CHAPTER 5 – GOOD DAYS, BAD DAYS

Wrong Place, Right Time

I was returning to Cork after a visit to the east coast when I happened to hit the early evening traffic along the Quay in Waterford. Finding myself in the wrong lane, I ended up on the R783 to Dunmore East instead of the main N25, which would have taken me directly to Cork. It was a fine summer’s evening so I decided to explore this pleasant corner of Ireland in the warm sunshine. I passed through Tramore and the coastline known as the Copper Coast opened up in front of me. The name is derived from the copper mines that were along this coast in the 19th century, and a lonely chimney and winding house can still be seen near Bonmahon. The thundering Atlantic Ocean has been eroding the rocky coastline here for millions of years to create a stunning landscape of jagged cliffs, rock stacks rising from the sea and small sandy beaches, which are a bass angler’s paradise.

A few miles west of Tramore I came across a small beach with a car park and decided to take a break. A few people were swimming in the evening sunlight and I wandered down to the water’s edge. The beach looked good – golden sand with weed covered rocks that looked ideal for bass. If it had not been for the fact that it was low tide I would never have found one of my most productive areas of the past ten years. I walked between sections of cliff that had been eroded away. A climb over some large boulders and weed filled gullys led me onto a section of pebbled beach around a mile and a half long, which would be cut off over the high water period. The shallow gullys glistening with kelp would provide great feeding ground for bass as the tide flooded in but unfortunately I had no fishing gear with me. However, I knew that I had gazed upon paradise, so, like Caesar leaving the shores of England I told myself, “I will return.” (Or was it Arnie, “I’ll be back”)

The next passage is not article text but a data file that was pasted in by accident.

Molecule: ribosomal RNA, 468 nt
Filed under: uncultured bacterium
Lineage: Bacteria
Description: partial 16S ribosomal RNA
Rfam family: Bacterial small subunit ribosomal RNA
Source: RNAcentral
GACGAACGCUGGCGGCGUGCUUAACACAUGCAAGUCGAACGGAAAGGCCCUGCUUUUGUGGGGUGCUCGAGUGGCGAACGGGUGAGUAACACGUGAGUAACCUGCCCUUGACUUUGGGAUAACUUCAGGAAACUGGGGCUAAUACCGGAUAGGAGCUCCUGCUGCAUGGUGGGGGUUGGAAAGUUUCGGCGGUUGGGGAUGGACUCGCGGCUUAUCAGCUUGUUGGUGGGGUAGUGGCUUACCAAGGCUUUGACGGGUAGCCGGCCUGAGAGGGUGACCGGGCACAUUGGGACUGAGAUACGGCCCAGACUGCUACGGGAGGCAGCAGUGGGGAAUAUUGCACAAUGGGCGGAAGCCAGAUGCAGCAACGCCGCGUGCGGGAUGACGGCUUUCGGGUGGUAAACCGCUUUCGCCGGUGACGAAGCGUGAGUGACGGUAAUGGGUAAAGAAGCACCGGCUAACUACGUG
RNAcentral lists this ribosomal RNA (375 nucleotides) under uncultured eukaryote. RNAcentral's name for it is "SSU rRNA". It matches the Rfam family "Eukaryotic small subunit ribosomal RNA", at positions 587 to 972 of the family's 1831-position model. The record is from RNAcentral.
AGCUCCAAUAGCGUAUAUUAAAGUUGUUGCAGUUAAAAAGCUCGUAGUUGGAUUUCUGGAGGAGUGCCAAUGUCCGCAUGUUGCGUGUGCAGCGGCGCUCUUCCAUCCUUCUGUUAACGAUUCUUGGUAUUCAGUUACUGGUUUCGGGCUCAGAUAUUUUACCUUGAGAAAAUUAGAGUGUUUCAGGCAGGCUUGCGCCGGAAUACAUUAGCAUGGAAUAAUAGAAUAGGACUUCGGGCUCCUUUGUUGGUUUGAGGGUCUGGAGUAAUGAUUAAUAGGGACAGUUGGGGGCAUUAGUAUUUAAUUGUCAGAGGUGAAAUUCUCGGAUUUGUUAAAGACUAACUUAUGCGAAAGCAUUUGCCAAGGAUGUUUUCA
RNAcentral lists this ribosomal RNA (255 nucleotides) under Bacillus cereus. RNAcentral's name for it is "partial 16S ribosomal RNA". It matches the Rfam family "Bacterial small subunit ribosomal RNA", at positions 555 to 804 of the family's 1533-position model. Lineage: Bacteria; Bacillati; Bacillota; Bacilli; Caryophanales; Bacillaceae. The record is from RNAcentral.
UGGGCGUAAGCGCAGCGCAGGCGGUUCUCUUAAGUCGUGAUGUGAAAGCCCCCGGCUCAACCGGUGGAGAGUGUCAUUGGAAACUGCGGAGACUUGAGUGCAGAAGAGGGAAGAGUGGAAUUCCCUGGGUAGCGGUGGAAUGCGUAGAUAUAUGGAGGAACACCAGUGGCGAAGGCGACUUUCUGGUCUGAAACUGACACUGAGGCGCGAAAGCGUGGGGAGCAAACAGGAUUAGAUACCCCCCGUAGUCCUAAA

Well, I did return a couple of weeks later with a pal of mine, and we timed our trip to coincide with a flood tide around dusk. It was a perfect evening and as the tide flooded in we cast our plugs towards the horizon. A long lazy swell washed along the shingle with a great sigh, and on my first retrieve I was hit by a fish at close range. First fish of the evening at around 6lb! A great start. We walked along the shoreline casting into the gullys that were now filling with the rising tide, and we took four more bass, the last one taken as the last rays of light blazed across the western sky. We made our way around the corner, back to the car park in near-darkness just before we were cut off by the incoming tide.

Over a couple of seasons we fished this section of coast on a regular basis and it was rare to have a blank. That was over ten years ago when the bass fishing in Ireland was supposed to be poor! Having ground equally as good closer to home, I neglected fishing this spot until a couple of years ago when I returned again. After landing a couple of seven-pounders on plugs I was hit by one of the biggest fish I had ever hooked. After ripping some fifty of sixty yards of line on a rod straightening run a massive tail appeared on the surface as it let go of the plug and waved goodbye.